These where apparently introduced by a Taoist monk by the name of Chung Shen-fen from Wu Tang Mountain sometime in the thirteenth century. It was his hope that Tai Chi practitioners would enjoy good health and longevity by practicing Tai Chi, and that the art be practiced as more than just a fighting skill.

The art is based on the principles of the Yin/Yang symbol, called Tai Chi in Chinese meaning "Grand Ultimate". Tai Chi Chuan meaning "Grand Ultimate Fist".

This symbol relates to the constant changes in Tai Chi Chuan from hard to soft, full and empty, open and close ect. Also the "Wu-hsing, the five elements of Fire (Fou), Earth (Tu), Metal (Gin), Water (Sui) and Wood ( Moo) which relate to the five basic stances in the form, Advance(Metal), Retreat (Wood), Look Left (Water), Look Right (Fire) and Central equilibrium (Earth). These are the five characters around the Yin/Yang symbol.

The hand technics are influenced from the tri-grams of the "I-Ching" or Book of Changes and consist of eight basic changes: P�eng (Ward Off), Lu (Roll Back), Chi (Press), An (Push), Ts�ai (Pull), Leih (Split), Tsou (Elbow), K�ao (Shoulder). The Five Foot and Eight Hand technics make up the "Thirteen Postures" of Tai Chi.

Many of these movements are originally derived from the martial arts (and perhaps even more ancestrally than that, from the natural movements of animals and birds) although the way they are performed in Tai Chi is slowly, softly and gracefully with smooth and even transitions between them.

The eight sets of lines around the outside of this symbol are called the " Ba-Qua" or Eight Tri Grams. They are made up of Yin and Yang lines, a Yin line being a broken line , and Yang, a full line .

All the thirteen postures of Tai Chi Ch�uan must not be treated lightly. The meaning of life originates at the waist.

The thirteen postures of Tai Chi Chuan are the foundation base to this art. It is important that students be shown and trained in them. Yang Cheng-fu tells us in his Ten Important Points "that the waist is the commander and that all movement must pass through the waist". The waist is also where we must turn to generate Chi and storing it at the Tan Tien.

When moving from substantial to insubstantial, one must take care that the Chi is circulated throughout the entire body with out the slightest hindrance.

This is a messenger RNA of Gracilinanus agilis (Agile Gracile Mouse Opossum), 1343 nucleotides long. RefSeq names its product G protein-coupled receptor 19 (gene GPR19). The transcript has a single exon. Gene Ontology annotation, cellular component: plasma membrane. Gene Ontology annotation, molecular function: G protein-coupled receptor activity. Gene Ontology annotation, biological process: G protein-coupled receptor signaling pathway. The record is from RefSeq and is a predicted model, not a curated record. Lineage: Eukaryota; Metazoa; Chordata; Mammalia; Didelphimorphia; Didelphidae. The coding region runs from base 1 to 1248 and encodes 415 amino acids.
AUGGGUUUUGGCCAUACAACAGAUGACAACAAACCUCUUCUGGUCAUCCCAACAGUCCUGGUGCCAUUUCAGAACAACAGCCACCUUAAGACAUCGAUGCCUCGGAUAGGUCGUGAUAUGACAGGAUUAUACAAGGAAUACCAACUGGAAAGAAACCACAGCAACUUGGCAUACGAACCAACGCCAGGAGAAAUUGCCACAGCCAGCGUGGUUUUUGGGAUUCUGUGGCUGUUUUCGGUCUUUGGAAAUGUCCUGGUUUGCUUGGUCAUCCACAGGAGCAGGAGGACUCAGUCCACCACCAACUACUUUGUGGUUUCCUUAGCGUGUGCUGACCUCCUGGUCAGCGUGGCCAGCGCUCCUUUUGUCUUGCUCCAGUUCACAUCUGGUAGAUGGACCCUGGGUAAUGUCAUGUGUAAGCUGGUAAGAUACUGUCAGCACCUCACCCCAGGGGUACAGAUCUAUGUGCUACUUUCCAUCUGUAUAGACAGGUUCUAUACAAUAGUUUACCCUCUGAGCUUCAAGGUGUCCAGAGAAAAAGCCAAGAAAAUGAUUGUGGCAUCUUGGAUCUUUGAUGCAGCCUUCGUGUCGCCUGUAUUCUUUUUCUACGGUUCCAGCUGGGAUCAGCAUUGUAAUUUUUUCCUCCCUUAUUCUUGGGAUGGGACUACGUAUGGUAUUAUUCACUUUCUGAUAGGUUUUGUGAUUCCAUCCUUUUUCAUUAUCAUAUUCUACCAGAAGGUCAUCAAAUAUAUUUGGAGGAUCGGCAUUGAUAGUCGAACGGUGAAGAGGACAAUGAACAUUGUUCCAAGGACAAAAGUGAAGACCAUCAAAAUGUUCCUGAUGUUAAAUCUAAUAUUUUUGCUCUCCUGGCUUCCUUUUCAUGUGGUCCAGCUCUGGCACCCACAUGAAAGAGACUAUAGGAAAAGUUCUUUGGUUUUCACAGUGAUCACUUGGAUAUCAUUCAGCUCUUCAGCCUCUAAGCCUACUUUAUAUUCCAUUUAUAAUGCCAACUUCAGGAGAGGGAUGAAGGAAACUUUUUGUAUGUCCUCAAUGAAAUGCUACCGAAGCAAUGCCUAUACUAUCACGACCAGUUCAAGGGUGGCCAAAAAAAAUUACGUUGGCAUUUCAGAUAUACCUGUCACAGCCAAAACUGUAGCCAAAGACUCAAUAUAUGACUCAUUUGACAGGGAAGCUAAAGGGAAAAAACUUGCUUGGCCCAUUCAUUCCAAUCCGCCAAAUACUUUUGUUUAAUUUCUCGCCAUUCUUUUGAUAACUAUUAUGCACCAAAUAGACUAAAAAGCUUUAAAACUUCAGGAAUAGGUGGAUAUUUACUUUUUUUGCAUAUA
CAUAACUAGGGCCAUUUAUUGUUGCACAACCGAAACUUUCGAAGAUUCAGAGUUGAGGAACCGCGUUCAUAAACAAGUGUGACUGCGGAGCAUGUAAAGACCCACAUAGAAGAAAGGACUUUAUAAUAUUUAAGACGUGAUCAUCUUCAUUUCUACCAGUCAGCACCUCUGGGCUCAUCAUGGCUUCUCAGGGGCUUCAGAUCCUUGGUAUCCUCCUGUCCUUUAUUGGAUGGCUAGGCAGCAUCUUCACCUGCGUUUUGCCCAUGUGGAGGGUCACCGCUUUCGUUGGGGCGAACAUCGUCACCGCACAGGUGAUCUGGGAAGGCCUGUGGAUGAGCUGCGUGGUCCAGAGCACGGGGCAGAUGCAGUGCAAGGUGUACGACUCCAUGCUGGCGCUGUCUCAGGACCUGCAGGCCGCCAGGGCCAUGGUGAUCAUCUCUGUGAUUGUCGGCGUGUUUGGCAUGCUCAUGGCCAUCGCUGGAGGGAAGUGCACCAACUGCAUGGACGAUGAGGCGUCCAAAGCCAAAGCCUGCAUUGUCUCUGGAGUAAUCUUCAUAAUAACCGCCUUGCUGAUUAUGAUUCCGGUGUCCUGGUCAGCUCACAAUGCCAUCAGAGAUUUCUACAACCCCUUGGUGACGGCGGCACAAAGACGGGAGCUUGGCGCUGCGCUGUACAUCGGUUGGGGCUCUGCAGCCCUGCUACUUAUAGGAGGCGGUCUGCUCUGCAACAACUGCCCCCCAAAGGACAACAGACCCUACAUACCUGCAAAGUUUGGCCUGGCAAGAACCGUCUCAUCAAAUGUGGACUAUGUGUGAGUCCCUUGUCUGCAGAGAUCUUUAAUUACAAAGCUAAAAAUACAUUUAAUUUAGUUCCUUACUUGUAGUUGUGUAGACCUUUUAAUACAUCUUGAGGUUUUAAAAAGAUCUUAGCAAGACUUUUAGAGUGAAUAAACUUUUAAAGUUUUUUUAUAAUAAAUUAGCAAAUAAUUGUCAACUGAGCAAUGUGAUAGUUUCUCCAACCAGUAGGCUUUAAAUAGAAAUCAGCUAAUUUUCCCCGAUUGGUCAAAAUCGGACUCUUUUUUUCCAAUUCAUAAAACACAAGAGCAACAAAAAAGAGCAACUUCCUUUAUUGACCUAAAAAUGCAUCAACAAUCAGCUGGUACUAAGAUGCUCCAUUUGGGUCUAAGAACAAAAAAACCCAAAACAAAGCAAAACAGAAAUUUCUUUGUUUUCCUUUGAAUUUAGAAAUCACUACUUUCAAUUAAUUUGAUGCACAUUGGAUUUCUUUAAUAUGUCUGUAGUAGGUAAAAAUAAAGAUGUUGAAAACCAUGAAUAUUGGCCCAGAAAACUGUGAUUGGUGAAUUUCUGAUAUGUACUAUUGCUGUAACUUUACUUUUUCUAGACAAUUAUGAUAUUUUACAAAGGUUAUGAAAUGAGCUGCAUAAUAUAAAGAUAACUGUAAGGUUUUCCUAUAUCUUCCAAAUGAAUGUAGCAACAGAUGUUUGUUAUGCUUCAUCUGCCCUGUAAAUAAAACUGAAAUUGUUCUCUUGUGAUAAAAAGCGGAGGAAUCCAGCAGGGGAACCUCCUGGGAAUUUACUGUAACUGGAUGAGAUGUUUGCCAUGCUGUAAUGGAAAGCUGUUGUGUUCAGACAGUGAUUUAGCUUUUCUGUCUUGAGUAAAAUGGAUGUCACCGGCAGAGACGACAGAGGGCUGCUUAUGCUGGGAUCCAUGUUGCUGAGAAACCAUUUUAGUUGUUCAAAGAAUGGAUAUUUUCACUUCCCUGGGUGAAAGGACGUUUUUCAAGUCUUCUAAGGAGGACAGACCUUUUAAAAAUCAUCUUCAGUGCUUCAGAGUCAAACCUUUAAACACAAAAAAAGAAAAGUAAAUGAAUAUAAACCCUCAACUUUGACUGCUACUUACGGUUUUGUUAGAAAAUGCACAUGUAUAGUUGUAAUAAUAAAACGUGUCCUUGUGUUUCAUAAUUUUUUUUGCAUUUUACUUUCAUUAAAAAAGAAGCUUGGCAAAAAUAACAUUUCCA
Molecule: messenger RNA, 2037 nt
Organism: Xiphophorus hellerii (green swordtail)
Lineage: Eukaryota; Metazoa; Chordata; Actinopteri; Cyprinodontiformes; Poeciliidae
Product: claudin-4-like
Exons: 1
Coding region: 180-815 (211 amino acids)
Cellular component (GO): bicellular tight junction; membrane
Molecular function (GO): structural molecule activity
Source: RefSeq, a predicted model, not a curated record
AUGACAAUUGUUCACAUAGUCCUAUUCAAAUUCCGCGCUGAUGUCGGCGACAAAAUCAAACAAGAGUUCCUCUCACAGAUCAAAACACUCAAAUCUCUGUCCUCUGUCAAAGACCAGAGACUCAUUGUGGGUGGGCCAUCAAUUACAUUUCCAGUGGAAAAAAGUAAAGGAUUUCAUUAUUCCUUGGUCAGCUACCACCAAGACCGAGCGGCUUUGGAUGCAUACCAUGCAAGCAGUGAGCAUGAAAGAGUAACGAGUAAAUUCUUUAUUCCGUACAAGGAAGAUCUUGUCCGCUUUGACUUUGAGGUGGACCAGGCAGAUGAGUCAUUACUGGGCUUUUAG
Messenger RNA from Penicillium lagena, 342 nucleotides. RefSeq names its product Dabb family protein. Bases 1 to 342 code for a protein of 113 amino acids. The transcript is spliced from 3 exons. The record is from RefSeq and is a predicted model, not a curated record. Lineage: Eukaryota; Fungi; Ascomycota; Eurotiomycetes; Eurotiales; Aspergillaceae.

When moving the body through the movements, it is important that you are aware of your changes from insubstantial to the substantial and that the Chi is still being transported to various part of the body. To do this you must be very relaxed and your mind clear so as Chi can flow easily without any hindrance. When this happens you have health. When it stagnates ill health will follow.

Find the movement in the stillness, even stillness in movement. Even when you respond to the opponent�s movement, show the marvel of the technics and fill him with wonder.

Pay attention to every posture and study its purpose. That way you will gain the art without wasting your time and energy.

Study wide and deep and with determination and seriousness and that will determine your degree of success. To understand each posture you must study and research its nature and purpose then to acquire your goal is easy.

In every movement you must pay attention so as the heart (mind) stay on the waist, then completely relax the abdomen, and your Chi will rise up.

When you commence your Tai Chi form, allow your mind to sink to your waist and focus on Tan Tien (Yi Sou Tan Tien). When your abdomen is relaxed and your mind clear, the Chi will rise up and permeate your whole body.

Your Tail Bone should be centered and upright so as your spirit (Shen) rises to the top of the head. The top of the head is suspended and the entire body is relaxed and light.

Your tailbone should be straight, but do not exert force to acquire this, it should be natural for to force this will cause the tailbone to push forward. The back is straight with an insubstantial energy lifting up through the top of the head.

Carefully study and pay attention when doing research, extension and contraction, opening and closing follow their freedom.

This point relates to pushing hands. Contract to neutralise the opponent�s power, and at the same time close to store your Jin (chin) then extend and open to emit your Jin. To do this your technic must be natural and free flowing to follow you opponent�s intention. This allows you to stick and follow and to defeat your opponent. If you don�t research these technics you will never gain the key to Tai Chi Ch�uan.

To enter the door and to be led along the way, you need to have oral instruction; practice without ceasing, and the technic is achieved by self-study.

It is important that you understand that a teacher is needed to learn the art. There are to many subtleties and it is easy to miss what is being emphasized in a movement.